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Quartz Daily Brief—Americas edition—Luxembourg’s Amazon aid, Schlumberger’s job cuts, Carrefour’s sales bounce, smart shoes

What to watch for today

Goldman Sachs reports results. Investors are eager to see how the American investment bank performed during the fourth quarter, especially as legal fees have eaten into earnings at rivals.

Fallout from the Swiss franc fracas. A few retail foreign-exchange brokers have been pushed into insolvency thanks to the large and unexpected moves in the Swiss franc yesterday. “I would be astonished if we did not see more casualties,” an analyst told Bloomberg.

Cuba-US relations warm up. New US rules that ease travel and trade restrictions between the two countries kick in today. Earlier this week, Cuba freed the last of 53 political prisoners identified in a deal with Washington.

Another try at peace in Ukraine. A meeting to revive a shaky ceasefire will be held in Minsk between representatives from Ukraine, Russia, the Organization for Security and Co-operation in Europe, and the heads of the self-proclaimed Donetsk and Luhansk People’s Republics.

The credit raters weigh in. Fitch will provide its latest assessments on the sovereign debt of Germany and Greece, Moody’s will run the rule over Ireland, and Canada’s DBRS will offer its opinion on the UK’s creditworthiness.

While you were sleeping

Luxembourg was accused of illegally lowering Amazon’s tax bill. European Commission investigators said they believe Luxembourg’s actions qualify as unfair state aid (paywall) that artificially lowered the online retailer’s tax bill. The commission’s preliminary conclusions (pdf) mean that the EU may try to claw back taxes from Amazon. The company and country deny wrongdoing.

BP’s Deepwater Horizon penalty was capped at $13.7 billion. A US district judge set the upper limit of the settlement at around $4 billion less than expected. The lower figure came after the judge deemed the spill smaller than the US government had previously claimed.

Carrefour topped revenue estimates. The world’s second-largest retailer by sales reported €22.6 billion ($26.3 billion) in revenue for 2014, up 2% from 2013. The group reported a 3.1% rise in like-for-like sales, with the fastest growth in Brazil; like-for-like sales in China fell 7.8%.

European car sales rose for the first time in seven years. Total industry sales rose to 13 million in 2014, up 5.4% over the year earlier. Volkswagen and Renault’s value-conscious models saw the biggest jumps in deliveries.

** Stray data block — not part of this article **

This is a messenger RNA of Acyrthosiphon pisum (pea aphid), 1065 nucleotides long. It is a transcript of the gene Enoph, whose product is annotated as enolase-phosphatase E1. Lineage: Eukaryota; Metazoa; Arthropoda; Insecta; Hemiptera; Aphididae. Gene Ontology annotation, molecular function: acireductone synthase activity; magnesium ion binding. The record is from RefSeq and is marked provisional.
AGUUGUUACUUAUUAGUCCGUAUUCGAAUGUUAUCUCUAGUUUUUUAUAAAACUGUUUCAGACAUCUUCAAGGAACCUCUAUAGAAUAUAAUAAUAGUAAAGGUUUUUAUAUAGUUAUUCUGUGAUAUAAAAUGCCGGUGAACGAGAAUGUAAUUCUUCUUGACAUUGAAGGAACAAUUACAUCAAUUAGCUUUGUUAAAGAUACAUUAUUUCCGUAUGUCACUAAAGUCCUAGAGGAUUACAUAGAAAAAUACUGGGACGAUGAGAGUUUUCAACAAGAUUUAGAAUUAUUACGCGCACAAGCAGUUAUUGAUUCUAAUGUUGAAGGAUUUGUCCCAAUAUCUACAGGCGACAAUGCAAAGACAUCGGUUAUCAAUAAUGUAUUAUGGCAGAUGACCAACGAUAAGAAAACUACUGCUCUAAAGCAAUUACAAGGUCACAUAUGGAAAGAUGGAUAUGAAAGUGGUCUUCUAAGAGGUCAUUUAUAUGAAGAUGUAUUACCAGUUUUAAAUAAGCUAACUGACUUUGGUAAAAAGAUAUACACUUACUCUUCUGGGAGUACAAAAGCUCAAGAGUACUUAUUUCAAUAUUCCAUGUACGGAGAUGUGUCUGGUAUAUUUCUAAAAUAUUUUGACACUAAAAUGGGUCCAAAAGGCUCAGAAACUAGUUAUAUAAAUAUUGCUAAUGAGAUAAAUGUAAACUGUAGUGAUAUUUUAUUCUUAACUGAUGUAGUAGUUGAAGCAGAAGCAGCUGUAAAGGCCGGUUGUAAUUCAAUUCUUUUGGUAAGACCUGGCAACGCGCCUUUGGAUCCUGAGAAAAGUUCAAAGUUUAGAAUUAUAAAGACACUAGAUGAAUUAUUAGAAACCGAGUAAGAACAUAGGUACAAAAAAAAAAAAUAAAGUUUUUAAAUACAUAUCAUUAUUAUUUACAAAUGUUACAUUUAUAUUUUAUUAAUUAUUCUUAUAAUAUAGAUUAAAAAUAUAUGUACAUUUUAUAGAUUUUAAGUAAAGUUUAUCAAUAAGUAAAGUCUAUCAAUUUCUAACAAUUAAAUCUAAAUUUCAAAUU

Oilfield jobs were slashed. Schlumberger, the world’s biggest oil services company, said it would cut 9,000 positions, or about 7% of its workforce, thanks to falling demand for its drilling technology and equipment. The US company also took a $1.77 billion charge to fourth-quarter earnings.

Facebook partnered with a Chinese browser in India. The social network teamed up with UCWeb, a Chinese mobile browser popular in developing countries. UCWeb users, which make up about one-third of India’s mobile users, will now get live Facebook notifications when they are browsing. The partnership comes as Facebook appears to be exploring ways to reach more Chinese internet users.

Quartz obsession interlude

Jason Karaian on the shocking move by Switzerland’s central bank. “Currencies aren’t supposed to move like this. Certainly not currencies like the Swiss franc, long considered a safe, stable store of value. But a shock move from the Swiss National Bank today—we’ll explain in a minute—pushed the franc up, way up, in early trading today. The knock-on effect is roiling a wide range of markets.” Read more here.

Matters of debate

The pope should put his money where his mouth is on climate change. He should divest fossil fuels from the Church’s $8 billion investment fund.

Uber is not part of the sharing economy. It’s old-fashioned capitalism.

TV shows are making us smarter. Complicated plot lines are good for society, if not good for vegging out.

Mario Draghi has no more excuses. The European Central Bank president has been given the green light to enact quantitative easing, so he’d better do it.

Tunisia is still on the brink of disaster. Reforms haven’t eradicated high unemployment and corruption, the factors that led to the country’s revolution.

Surprising discoveries

Emoji designed to offend. “Emo Emoji,” a set of digital stickers, contain an “I can’t breathe” cartoon featuring Barney, the purple dinosaur.

Glitter mail is way too popular. Less than 48 hours after it went live, SendYourEnemiesGlitter.com has stopped taking orders, due to overwhelming demand.

Inactivity is worse for you than obesity. Being thin doesn’t make you healthier if you’re also idle.

Beijing’s subway has an electronic library. Riders can scan a QR code to read an ebook from the National Library.

Social media is a stress reducer for women. Pew says women who share more online are 21% less stressed.

Smart shoes will soon be a thing. German researchers built footwear that generates energy from walking.

Our best wishes for a productive day. Please send any news, comments, Chinese ebooks, and futuristic footwear to hi@qz.com. You can follow us on Twitter here for updates throughout the day.

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